Currently we are inviting patients in priority groups 6 and 7.
6) Age 16-65 in an at-risk group (click here to see the list)
7) Age 60 and above
Please do not contact the surgery to ask:
- when you’ll be getting the first vaccine
- when you’ll be getting the second vaccine (if the first was given at the surgery or not)
- if you can have your vaccine earlier
When you’ll get the vaccine
Every adult over the age of 16 will be offered the vaccine according to medical needs. Click here to see a list of the priority groups.
Where you’ll have the vaccine
You may have the vaccine either in the surgery or in a vaccination centre like Ysbyty Enfys, Bangor. We can offer the AstraZeneca vaccine at the surgery, and usually you will be offered the Pfizer vaccine in a vaccination center.
How you’ll be invited
For vaccinations in the surgery we will contact you, usually by phone call. For vaccinations in a vaccination center you will usually be contacted by the NHS, but sometimes we will contact from the surgery.
What to expect on the day
You’ll be invited to come to a vaccination clinic at the surgery, which may be late in the afternoon or on weekends. Our staff will confirm your details and ask you about COVID symptoms before you enter the surgery. There you will be called to have the vaccine either by a nurse or a doctor. Except for patients on blood thinning medications you will not need to stay to be monitored after the vaccine. We do advise that you do not drive for 15 minutes.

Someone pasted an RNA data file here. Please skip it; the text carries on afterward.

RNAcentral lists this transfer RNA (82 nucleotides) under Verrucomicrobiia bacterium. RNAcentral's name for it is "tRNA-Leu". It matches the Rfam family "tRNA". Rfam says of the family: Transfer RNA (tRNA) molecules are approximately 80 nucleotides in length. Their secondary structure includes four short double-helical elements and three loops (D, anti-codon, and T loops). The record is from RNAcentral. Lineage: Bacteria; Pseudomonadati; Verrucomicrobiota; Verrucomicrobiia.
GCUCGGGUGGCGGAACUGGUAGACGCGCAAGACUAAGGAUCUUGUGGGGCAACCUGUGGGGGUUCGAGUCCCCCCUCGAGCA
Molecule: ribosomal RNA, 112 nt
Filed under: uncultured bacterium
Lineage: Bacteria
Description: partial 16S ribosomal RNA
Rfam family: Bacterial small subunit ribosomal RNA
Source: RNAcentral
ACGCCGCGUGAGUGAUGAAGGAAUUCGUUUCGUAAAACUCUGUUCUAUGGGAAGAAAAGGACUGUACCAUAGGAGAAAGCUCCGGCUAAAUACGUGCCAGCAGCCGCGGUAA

You will receive a vaccination card, with information about the vaccine on it. We will ask you to bring this with you when you get the second dose.
What to expect after the vaccine
The following symptoms are very common:
- having a painful, heavy feeling and tenderness in the arm where you had your injection. This tends to be worst around 1-2 days after the vaccine
- feeling tired
- general aches, or mild flu like symptoms
You do not need to contact the surgery to discuss the above, but if you’re worried about anything else get in touch. It is common to have a mild fever and feel hot and cold for 2-3 days, but if you have a high fever or fever that persists for longer than this, you should arrange a COVID test.
- Residents in a care home for older adults and staff working in care homes for older adults
- All those 80 years of age and over and frontline health and social care workers
- All those 75 years of age and over
- All those 70 years of age and over and clinically extremely vulnerable individuals (not including pregnant women and those under 16 years of age)
- All those 65 years of age and over
- Adults aged 16 to 65 years in an at-risk group (see clinical conditions below)
- All those 60 years of age and over
- All those 55 years of age and over
- All those 50 years of age and over
- Rest of the population (to be determined)
High risk groups
- a blood cancer (such as leukaemia, lymphoma or myeloma)
- a heart problem
- a chest complaint or breathing difficulties, including bronchitis, emphysema or severe asthma
- a kidney disease
- a liver disease
- lowered immunity due to disease or treatment (such as HIV infection, steroid medication, chemotherapy or radiotherapy)
- rheumatoid arthritis, lupus or psoriasis (who may require long term immunosuppressive treatments)
- have had an organ transplant
- had a stroke or a transient ischaemic attack (TIA)
- a neurological or muscle wasting condition
- a severe or profound learning disability
- a problem with your spleen, example sickle cell disease, or you have had your spleen removed
- are seriously overweight (BMI of 40 and above)
- are severely mentally ill